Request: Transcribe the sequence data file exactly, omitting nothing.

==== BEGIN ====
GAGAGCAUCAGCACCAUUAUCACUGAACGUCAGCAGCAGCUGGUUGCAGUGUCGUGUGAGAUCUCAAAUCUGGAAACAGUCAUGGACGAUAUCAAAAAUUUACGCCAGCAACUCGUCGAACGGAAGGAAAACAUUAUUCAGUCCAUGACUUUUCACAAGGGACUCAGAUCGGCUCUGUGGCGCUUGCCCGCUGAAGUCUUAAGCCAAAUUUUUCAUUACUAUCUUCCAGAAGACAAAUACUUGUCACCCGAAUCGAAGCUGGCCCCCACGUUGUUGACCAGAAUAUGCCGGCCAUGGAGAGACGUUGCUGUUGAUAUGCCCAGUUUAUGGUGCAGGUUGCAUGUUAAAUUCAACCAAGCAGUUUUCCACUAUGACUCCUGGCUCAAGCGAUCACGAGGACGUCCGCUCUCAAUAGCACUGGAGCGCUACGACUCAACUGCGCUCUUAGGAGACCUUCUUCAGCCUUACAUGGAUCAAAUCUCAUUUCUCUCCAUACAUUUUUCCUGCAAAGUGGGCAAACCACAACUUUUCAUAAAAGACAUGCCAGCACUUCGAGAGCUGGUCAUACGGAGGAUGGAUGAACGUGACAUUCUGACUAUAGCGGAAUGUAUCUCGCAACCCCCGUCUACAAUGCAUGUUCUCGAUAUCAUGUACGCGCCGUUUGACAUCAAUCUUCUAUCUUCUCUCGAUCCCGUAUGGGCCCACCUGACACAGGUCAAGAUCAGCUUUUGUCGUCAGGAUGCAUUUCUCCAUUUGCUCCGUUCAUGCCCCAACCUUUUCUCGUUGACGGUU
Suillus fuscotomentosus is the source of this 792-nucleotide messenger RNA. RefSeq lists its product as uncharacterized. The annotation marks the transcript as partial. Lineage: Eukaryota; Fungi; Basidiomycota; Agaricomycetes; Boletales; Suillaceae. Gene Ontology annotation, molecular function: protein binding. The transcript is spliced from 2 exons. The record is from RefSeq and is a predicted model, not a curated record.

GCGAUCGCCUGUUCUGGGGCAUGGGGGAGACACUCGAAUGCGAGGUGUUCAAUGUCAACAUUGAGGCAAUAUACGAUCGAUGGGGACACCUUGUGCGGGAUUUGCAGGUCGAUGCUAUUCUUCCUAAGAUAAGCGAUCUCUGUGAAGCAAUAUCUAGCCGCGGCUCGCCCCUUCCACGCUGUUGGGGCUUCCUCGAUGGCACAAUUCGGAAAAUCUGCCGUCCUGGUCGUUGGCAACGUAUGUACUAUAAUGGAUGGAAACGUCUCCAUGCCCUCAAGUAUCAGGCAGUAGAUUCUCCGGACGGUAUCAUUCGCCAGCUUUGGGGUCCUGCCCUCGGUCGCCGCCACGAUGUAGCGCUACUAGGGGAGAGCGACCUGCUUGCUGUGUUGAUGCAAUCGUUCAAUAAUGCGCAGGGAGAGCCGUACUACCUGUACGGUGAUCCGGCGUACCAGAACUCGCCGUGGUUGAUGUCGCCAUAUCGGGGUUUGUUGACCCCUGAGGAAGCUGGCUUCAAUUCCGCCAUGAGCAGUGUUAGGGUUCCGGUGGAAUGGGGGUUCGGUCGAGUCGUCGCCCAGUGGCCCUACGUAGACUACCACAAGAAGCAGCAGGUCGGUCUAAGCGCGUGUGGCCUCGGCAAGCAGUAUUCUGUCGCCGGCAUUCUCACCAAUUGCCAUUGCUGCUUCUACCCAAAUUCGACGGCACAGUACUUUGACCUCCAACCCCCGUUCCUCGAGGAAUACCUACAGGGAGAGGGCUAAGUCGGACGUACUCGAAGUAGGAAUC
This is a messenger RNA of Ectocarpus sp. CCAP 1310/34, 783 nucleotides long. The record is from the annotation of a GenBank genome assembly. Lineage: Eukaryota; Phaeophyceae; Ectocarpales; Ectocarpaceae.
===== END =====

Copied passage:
GAGAGCAUCAGCACCAUUAUCACUGAACGUCAGCAGCAGCUGGUUGCAGUGUCGUGUGAGAUCUCAAAUCUGGAAACAGUCAUGGACGAUAUCAAAAAUUUACGCCAGCAACUCGUCGAACGGAAGGAAAACAUUAUUCAGUCCAUGACUUUUCACAAGGGACUCAGAUCGGCUCUGUGGCGCUUGCCCGCUGAAGUCUUAAGCCAAAUUUUUCAUUACUAUCUUCCAGAAGACAAAUACUUGUCACCCGAAUCGAAGCUGGCCCCCACGUUGUUGACCAGAAUAUGCCGGCCAUGGAGAGACGUUGCUGUUGAUAUGCCCAGUUUAUGGUGCAGGUUGCAUGUUAAAUUCAACCAAGCAGUUUUCCACUAUGACUCCUGGCUCAAGCGAUCACGAGGACGUCCGCUCUCAAUAGCACUGGAGCGCUACGACUCAACUGCGCUCUUAGGAGACCUUCUUCAGCCUUACAUGGAUCAAAUCUCAUUUCUCUCCAUACAUUUUUCCUGCAAAGUGGGCAAACCACAACUUUUCAUAAAAGACAUGCCAGCACUUCGAGAGCUGGUCAUACGGAGGAUGGAUGAACGUGACAUUCUGACUAUAGCGGAAUGUAUCUCGCAACCCCCGUCUACAAUGCAUGUUCUCGAUAUCAUGUACGCGCCGUUUGACAUCAAUCUUCUAUCUUCUCUCGAUCCCGUAUGGGCCCACCUGACACAGGUCAAGAUCAGCUUUUGUCGUCAGGAUGCAUUUCUCCAUUUGCUCCGUUCAUGCCCCAACCUUUUCUCGUUGACGGUU
Suillus fuscotomentosus is the source of this 792-nucleotide messenger RNA. RefSeq lists its product as uncharacterized. The annotation marks the transcript as partial. Lineage: Eukaryota; Fungi; Basidiomycota; Agaricomycetes; Boletales; Suillaceae. Gene Ontology annotation, molecular function: protein binding. The transcript is spliced from 2 exons. The record is from RefSeq and is a predicted model, not a curated record.

GCGAUCGCCUGUUCUGGGGCAUGGGGGAGACACUCGAAUGCGAGGUGUUCAAUGUCAACAUUGAGGCAAUAUACGAUCGAUGGGGACACCUUGUGCGGGAUUUGCAGGUCGAUGCUAUUCUUCCUAAGAUAAGCGAUCUCUGUGAAGCAAUAUCUAGCCGCGGCUCGCCCCUUCCACGCUGUUGGGGCUUCCUCGAUGGCACAAUUCGGAAAAUCUGCCGUCCUGGUCGUUGGCAACGUAUGUACUAUAAUGGAUGGAAACGUCUCCAUGCCCUCAAGUAUCAGGCAGUAGAUUCUCCGGACGGUAUCAUUCGCCAGCUUUGGGGUCCUGCCCUCGGUCGCCGCCACGAUGUAGCGCUACUAGGGGAGAGCGACCUGCUUGCUGUGUUGAUGCAAUCGUUCAAUAAUGCGCAGGGAGAGCCGUACUACCUGUACGGUGAUCCGGCGUACCAGAACUCGCCGUGGUUGAUGUCGCCAUAUCGGGGUUUGUUGACCCCUGAGGAAGCUGGCUUCAAUUCCGCCAUGAGCAGUGUUAGGGUUCCGGUGGAAUGGGGGUUCGGUCGAGUCGUCGCCCAGUGGCCCUACGUAGACUACCACAAGAAGCAGCAGGUCGGUCUAAGCGCGUGUGGCCUCGGCAAGCAGUAUUCUGUCGCCGGCAUUCUCACCAAUUGCCAUUGCUGCUUCUACCCAAAUUCGACGGCACAGUACUUUGACCUCCAACCCCCGUUCCUCGAGGAAUACCUACAGGGAGAGGGCUAAGUCGGACGUACUCGAAGUAGGAAUC
This is a messenger RNA of Ectocarpus sp. CCAP 1310/34, 783 nucleotides long. The record is from the annotation of a GenBank genome assembly. Lineage: Eukaryota; Phaeophyceae; Ectocarpales; Ectocarpaceae.